Ghost Hunt at Eau Gallie Cemetery Oct 29, 2013 19:57:03 GMT -5
Post by Joanna on Oct 29, 2013 19:57:03 GMT -5
Paranormal phenomena at Eau Gallie Cemetery
MELBOURNE, Fla. – The names on the headstones at the Eau Gallie Cemetery read like a who’s who of local history. Gleasons are there, as are Rossetters and Hodgsons. So are Hopkinses, Creels, Matherses, Ozakis, Wickhams and Johnsons.
Who among them – or with them – still makes spectral appearances around the graves?
Having heard reports of ghosts in the cemetery most of his life, that is what Scott Dwyer wanted to know, and so he brought a team from Florida Unknown, which investigates the paranormal, to spend an evening and record what they saw and/or heard.
“We asked a question and our answer came from a female voice,” Dwyer said. “But two of our recorders still need to be examined.” Dwyer, a Melbourne police officer who investigates crime scenes, has been fascinated by the paranormal for years, and although he will as easily discount the possibility of haunted places as not (“We debunk a lot of it.”), he believes some spirits may remain at some sites, most not with any malice.
He recalled hearing about the Eau Gallie Cemetery from his childhood, which was spent in the area.
“I have lived here just about my entire life and I have always heard the Eau Gallie Cemetery was haunted,” he said. “It was just something that you grew up with.”
Growing up with such stories set Dwyer to wondering, and eventually, investigating. In 2007, he co-founded the Space Coast Paranormal Research Association with fellow law enforcer Ron Streiff and last year started Florida Unknown, which describes itself as “a group of individuals with years of experience in technical fields and law enforcement. We share a desire to investigate what is claimed to be paranormal activity.”
Business is good, Dwyer said, the group having checked out supposed apparitions and strange doings throughout Brevard, some of which have been handily debunked. Others are just plain odd, such as sounds, spectral sights and moving objects at various sites in downtown Melbourne and in North Brevard.
He’s heard his share of reports about elsewhere in Eau Gallie, too. Strange voices are said to be heard in what once was the elegant State Bank of Eau Gallie, later home to a series of restaurants. Odd things are said to have happened near the historic Rossetter House, where a victim of a traffic accident is supposed to make appearances at a nearby intersection. The Pineapple Inn is supposed to be haunted by a neglected wife from Victorian times.
In fact, so many were the tales of unusual occurrences in the Eau Gallie Arts District that “ghost walks” took place there in past years.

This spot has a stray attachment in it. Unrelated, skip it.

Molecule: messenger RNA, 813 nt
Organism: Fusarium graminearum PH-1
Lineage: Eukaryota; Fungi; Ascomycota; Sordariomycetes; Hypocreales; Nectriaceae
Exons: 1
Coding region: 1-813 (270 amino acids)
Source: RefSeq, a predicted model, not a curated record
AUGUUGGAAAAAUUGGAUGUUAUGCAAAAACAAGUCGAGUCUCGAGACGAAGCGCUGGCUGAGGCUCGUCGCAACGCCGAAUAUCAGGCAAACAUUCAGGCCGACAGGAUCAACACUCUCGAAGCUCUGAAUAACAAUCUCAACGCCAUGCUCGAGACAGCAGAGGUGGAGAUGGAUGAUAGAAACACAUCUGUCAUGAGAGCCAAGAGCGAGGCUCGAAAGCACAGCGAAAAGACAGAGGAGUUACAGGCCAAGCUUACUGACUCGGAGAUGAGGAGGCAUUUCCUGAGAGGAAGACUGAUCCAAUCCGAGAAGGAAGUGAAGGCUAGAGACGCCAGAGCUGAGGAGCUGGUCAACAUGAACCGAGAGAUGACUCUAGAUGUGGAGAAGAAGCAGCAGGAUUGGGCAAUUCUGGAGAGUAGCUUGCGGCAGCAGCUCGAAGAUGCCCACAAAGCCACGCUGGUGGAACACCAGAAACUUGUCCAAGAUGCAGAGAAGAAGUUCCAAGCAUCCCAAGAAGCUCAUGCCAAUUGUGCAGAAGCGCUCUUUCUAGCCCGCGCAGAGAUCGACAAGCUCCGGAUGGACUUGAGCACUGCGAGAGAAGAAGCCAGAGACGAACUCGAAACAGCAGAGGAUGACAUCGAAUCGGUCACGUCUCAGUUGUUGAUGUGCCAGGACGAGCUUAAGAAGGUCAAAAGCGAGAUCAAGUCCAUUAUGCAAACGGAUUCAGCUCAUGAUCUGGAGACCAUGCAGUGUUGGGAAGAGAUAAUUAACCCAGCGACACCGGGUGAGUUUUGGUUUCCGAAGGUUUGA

Dwyer laughed. “All kinds of things are supposed to be happening at businesses on Highland Avenue,” he said.
But little matches the reputation of the cemetery for ghostliness, historic as it is.
A fountain of information for those interested in history and genealogy, it dates to 1902, founded on land donated by William Gleason. In 1934, the city of Eau Gallie took over its operations, which went to Melbourne after that city absorbed Eau Gallie in 1969.
Tales of spirits odd goings-on there have been told for so long that many people simply ignore them.
“I’ve heard bits and pieces, but never really checked it out,” said Carol Andren, president of the South Brevard Historical Society.
“I can remember back when I was 9 years old, I was a member of our (Melbourne Police Department’s) junior police program, which was like the Police Explorers,” he said. “We used an old schoolhouse (the former West Eau Gallie School) as our meeting place. It was next to the graveyard and we always heard stories of ghosts. Once, one of our members saw a shadow person walk from a tree to a gravestone and then disappear.”
And so in early October, he and Florida Unknown finally set to work.
Jason Koenig of Melbourne, who noticed an increased sensitivity to things strange and dangerous while he was deployed to Iraq and Afghanistan with the Marine Corps, was with Dwyer.
“I could have sworn I saw a person there,” he said, meaning, “among the tombstones.” “I was drawn to one corner of the cemetery and was telling myself ‘I don’t want to go there,’ so that’s the best place to go. I sat down on a bench and ... knew I felt something. Then I walked east and hit a spot where my adrenaline started pumping. You could feel it.”
Dwyer hesitates to judge what his equipment, and human eyes and ears, picked up during their time in the cemetery because the investigation is incomplete. But it wouldn’t shock him if the suspicions of generations of local residents are confirmed.
“I really wouldn’t be surprised if something was there,” he said.
Source: Lyn Dowling, Florida Today, October 25, 2013.